It’s estimated that about 2000 aboriginals lived in the Kakadu area before Europeans arrived, the Bininj in the north and Mungguy in the south. Divided into about 19 different clan groups who spoke 12 different languages, this is part of the oldest living culture in the world dated at well over 50,000 years old.
Think about that for a minute, let it sink in.
We have the oldest living culture found anywhere in the world here in Australia, but it’s dying out. In fact as Europeans we’ve spent much of the last 300 years trying to wipe it out.
Rainbow lattice sunstone is an amazing thing, looking closely at it, you’d swear it was man made, surely such perfect straight lines, all at the same angles, layered on top of each other couldn’t be natural. For those more technically minded, it’s a feldspar called perthite with lamellar and sagentic twinning of thin titanium iron oxide blades, much of this lattice has oxidized to display the iridescence effect.
For me it’s a pretty shiny rock, and I like pretty shiny rocks.
Ok now heading up towards Darwin, the troopy was booked in for a service. Actually, I’m sitting here now in Darwin typing this while it’s being serviced. What a strange feeling to be in an unusual town without my car. Two days ago when I arrived I booked into a hotel, caravan parks up here are not cheap, the cheapest was $45 a night for an unpowered site right on the side of the highway out of town. So I booked into a hotel room for 3 nights, damn it I was going to get some decent nights sleep.
Onto the rock.
The drive here was filled with fire, there were fires spreading for kilomtres along the road, jumping the road and in many sections the heat could easily be felt through the windows of the car, oh well, keep driving and hope for the best.
It’s 38 degrees in the shade and I’m sitting in the Daly Waters caravan park, about 400km south of Darwin and a whole lot of kilometres north of Uluru. The blog has been down for almost a week now because I missed a “your payment didn’t work email” for my domain name. I’d wanted to update the blog almost a week ago while things were fresh in my mind, but alas, it’s still not up, so I’m typing this onto the computer in the hope that it will be back up in the next day or two, so when I get some reception again I’ll be able to post.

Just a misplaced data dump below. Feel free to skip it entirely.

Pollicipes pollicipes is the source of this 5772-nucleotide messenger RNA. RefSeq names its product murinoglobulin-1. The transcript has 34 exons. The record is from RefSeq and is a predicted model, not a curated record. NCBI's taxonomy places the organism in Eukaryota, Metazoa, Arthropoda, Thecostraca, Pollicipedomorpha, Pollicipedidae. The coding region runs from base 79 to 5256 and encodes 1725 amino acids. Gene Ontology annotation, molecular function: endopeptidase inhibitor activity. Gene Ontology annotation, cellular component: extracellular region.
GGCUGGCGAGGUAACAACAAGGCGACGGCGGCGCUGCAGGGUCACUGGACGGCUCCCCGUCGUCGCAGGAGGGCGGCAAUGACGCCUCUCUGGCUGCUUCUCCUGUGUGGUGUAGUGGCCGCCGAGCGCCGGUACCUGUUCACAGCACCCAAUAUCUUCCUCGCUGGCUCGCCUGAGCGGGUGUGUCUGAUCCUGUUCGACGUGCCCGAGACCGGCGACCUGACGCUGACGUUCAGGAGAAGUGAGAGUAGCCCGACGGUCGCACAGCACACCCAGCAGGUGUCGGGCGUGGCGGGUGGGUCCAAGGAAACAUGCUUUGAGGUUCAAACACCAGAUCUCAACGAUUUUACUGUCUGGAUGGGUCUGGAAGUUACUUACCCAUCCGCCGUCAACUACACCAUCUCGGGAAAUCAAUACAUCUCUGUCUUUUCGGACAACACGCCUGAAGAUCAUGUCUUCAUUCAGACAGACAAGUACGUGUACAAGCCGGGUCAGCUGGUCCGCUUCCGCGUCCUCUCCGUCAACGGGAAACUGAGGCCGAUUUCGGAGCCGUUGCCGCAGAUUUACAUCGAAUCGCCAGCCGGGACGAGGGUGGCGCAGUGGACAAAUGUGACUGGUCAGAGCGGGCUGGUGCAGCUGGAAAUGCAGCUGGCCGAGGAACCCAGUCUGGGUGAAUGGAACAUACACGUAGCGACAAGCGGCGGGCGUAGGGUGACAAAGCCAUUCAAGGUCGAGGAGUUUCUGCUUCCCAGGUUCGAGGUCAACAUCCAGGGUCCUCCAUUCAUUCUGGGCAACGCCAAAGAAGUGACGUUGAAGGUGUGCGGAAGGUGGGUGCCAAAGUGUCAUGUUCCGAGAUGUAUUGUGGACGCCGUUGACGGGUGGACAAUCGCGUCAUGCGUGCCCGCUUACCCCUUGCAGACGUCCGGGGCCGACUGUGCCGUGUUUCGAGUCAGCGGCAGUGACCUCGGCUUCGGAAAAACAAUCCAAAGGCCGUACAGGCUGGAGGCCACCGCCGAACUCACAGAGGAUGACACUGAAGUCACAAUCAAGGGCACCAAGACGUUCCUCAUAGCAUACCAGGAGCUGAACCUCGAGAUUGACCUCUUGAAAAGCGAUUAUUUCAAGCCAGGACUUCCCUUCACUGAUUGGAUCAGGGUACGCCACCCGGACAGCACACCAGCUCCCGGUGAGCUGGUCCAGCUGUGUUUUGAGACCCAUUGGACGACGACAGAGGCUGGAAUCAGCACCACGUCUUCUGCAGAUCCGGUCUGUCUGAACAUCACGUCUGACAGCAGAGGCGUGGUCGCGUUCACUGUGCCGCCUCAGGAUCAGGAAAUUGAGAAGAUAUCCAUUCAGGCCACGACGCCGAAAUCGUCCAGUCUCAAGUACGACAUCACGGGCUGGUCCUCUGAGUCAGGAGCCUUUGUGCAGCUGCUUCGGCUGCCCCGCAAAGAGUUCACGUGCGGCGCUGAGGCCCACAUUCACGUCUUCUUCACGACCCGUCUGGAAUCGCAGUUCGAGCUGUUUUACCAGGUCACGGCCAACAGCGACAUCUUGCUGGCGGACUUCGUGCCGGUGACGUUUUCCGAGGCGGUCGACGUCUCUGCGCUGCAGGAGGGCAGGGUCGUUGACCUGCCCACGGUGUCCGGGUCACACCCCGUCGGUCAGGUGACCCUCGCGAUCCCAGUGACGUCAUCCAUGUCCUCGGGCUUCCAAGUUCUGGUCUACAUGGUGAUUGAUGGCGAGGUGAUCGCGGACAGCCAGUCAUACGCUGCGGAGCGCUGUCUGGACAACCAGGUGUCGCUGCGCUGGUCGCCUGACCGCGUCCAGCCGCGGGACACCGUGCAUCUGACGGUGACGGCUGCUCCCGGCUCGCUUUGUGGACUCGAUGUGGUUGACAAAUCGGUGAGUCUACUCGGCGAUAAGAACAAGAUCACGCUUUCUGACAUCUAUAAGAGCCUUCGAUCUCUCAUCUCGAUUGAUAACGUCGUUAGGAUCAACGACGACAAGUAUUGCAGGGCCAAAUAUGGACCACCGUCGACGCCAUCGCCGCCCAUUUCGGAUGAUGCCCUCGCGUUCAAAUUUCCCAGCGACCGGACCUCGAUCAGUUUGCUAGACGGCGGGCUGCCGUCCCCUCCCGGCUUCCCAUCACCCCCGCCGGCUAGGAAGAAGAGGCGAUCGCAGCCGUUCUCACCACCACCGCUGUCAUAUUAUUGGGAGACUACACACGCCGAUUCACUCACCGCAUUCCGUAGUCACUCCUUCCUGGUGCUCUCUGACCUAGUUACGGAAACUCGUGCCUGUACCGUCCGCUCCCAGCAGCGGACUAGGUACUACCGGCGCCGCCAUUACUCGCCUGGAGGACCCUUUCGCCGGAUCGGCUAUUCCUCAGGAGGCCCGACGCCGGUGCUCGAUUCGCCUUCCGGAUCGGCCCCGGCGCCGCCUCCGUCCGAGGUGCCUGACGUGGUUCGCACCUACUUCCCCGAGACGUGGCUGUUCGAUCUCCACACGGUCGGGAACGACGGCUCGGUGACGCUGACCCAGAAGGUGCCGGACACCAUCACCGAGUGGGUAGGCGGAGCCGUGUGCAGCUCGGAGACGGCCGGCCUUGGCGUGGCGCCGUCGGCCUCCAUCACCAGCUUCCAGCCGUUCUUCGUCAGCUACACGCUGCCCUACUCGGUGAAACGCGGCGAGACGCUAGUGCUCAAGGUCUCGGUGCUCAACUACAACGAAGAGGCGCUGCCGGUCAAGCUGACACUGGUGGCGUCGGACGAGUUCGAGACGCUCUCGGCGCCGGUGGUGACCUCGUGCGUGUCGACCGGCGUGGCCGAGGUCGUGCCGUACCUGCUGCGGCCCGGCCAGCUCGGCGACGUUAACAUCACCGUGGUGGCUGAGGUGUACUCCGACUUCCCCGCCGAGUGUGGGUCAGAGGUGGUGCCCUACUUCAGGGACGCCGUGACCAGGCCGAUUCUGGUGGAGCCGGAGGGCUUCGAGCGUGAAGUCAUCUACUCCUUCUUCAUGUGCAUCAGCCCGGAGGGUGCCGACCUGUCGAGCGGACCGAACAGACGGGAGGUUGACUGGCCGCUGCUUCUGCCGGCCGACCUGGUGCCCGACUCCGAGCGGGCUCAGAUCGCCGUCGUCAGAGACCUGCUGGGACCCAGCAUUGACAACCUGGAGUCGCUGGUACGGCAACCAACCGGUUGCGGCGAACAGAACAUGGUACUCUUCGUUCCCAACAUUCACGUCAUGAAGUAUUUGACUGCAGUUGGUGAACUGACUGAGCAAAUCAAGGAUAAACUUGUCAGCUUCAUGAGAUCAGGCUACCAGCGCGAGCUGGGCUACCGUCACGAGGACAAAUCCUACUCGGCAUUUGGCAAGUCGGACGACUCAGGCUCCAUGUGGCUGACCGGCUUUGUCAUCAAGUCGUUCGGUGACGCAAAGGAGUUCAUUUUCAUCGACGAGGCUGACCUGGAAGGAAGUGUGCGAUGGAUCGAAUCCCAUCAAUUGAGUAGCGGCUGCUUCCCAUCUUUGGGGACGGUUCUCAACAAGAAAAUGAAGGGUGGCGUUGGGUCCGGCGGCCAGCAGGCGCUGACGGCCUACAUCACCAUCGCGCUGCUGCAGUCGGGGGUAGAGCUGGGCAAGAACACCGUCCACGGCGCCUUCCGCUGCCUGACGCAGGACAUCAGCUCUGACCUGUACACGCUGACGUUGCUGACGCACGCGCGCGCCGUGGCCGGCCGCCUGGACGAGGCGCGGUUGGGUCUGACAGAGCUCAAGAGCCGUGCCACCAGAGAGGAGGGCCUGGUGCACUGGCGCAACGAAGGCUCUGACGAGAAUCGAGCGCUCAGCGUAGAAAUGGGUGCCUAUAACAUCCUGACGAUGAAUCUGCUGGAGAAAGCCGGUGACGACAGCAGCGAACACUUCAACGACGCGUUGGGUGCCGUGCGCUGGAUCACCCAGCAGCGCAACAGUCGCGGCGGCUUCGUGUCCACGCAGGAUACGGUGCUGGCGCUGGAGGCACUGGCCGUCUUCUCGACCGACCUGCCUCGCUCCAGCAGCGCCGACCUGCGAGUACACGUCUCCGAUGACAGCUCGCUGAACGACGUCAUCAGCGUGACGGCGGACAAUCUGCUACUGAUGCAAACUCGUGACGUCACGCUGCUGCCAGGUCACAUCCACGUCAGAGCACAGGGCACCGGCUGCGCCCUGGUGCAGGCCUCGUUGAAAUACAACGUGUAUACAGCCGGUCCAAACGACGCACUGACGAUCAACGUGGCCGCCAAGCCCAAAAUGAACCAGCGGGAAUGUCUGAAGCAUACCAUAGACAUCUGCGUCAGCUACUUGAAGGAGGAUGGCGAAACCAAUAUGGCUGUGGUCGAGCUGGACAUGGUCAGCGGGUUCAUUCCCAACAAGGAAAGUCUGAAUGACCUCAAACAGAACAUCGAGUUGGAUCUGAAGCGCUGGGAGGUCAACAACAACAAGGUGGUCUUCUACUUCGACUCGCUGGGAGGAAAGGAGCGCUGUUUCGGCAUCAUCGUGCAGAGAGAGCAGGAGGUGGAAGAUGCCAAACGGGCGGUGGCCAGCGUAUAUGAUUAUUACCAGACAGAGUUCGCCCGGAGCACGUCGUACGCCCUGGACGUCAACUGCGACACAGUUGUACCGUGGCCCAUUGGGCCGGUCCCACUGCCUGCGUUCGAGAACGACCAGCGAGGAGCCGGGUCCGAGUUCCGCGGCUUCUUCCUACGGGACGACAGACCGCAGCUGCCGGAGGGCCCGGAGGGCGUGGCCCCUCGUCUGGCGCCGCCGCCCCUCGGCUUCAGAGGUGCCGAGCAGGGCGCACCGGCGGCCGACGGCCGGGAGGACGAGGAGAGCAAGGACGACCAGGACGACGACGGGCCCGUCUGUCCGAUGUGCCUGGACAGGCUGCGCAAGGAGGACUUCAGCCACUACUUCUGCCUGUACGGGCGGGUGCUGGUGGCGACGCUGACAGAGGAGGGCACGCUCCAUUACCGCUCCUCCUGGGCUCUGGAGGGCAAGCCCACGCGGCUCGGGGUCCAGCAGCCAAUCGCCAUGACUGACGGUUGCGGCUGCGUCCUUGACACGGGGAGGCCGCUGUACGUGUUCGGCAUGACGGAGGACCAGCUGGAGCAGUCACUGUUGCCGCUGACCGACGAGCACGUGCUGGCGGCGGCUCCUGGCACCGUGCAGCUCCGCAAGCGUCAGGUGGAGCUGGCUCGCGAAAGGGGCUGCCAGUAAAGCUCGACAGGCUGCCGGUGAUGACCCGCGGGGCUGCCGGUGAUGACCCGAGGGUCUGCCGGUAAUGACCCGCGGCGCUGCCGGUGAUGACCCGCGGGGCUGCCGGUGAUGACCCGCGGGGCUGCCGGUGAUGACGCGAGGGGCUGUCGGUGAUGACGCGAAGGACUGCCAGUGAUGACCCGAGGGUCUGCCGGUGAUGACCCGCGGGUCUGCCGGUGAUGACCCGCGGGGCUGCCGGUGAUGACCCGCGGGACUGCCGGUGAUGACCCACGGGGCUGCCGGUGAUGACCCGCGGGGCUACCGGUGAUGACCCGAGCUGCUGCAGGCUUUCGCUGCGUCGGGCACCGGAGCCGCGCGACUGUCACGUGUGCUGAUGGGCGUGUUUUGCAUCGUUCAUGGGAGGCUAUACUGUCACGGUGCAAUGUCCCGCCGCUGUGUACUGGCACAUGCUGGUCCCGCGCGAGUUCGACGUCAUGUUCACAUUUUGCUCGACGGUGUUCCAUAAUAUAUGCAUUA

I’ve done some driving in the last week or two, I’m sitting at Tennant Creek in the Northern Territory and it’s about 36 in the shade. Strange to think that only a couple of weeks back I was suffering from the cold back in Tingha, in fact I still have the little fan heater out in the back of the troopy, figure I could pack it away now as nights rarely get to 10 or less. The picture above was somewhere in Northern Queensland just before dawn, the sky was the bluest blue I’ve seen in a long time.
It’s been a long hiatus between posts and much has happened since my last post. After leaving Tassie and returning to my van in Learmonth near Ballarat I sold my Landcruiser 200 series and prepared the Troopy for an adventure – the big lap of Australia in the troopy. Well at least that was the plan, however, things don’t always turn out how you plan them and I’m not sure whether I’ll make it around as I’m moving too slowly yet again.
The western areas of Tasmania are quite stunning, much of the west in inaccessible and those areas which do have roads are magnificent. At this stage I’d become a bit of a walking machine and I was trekking longer and higher wherever possible. The further I was pushing it the further I wanted to keep pushing it.
Yeah sorry, another car picture. I pulled into a caravan park which seemed very full and I was about to turn around and leave till I saw another troopy parked by the water so figured I’d stay for a night. They had bought there’s many years ago as an x-camper and changed almost nothing on the vehicle, it was the old straight 6 with no turbo, only 2 years older than mine. I’d arrived back in Tassie at about 5 in the morning, it was dark and foggy and I’d had very little sleep laying down on a couch in the ferry.
I’d been thinking about converting my landcruiser 200 series into something more useful for quite a while, ever since I was back in Fowlers bay I’d been keeping an eye out online and researching a few different options. Originally my thoughts were to go for a tray back ute with a slide on camper, but there were a few drawback to that, mainly that there was no real living space during bad weather in a slide on. So, the troopy conversion won out for my wants and needs in the end.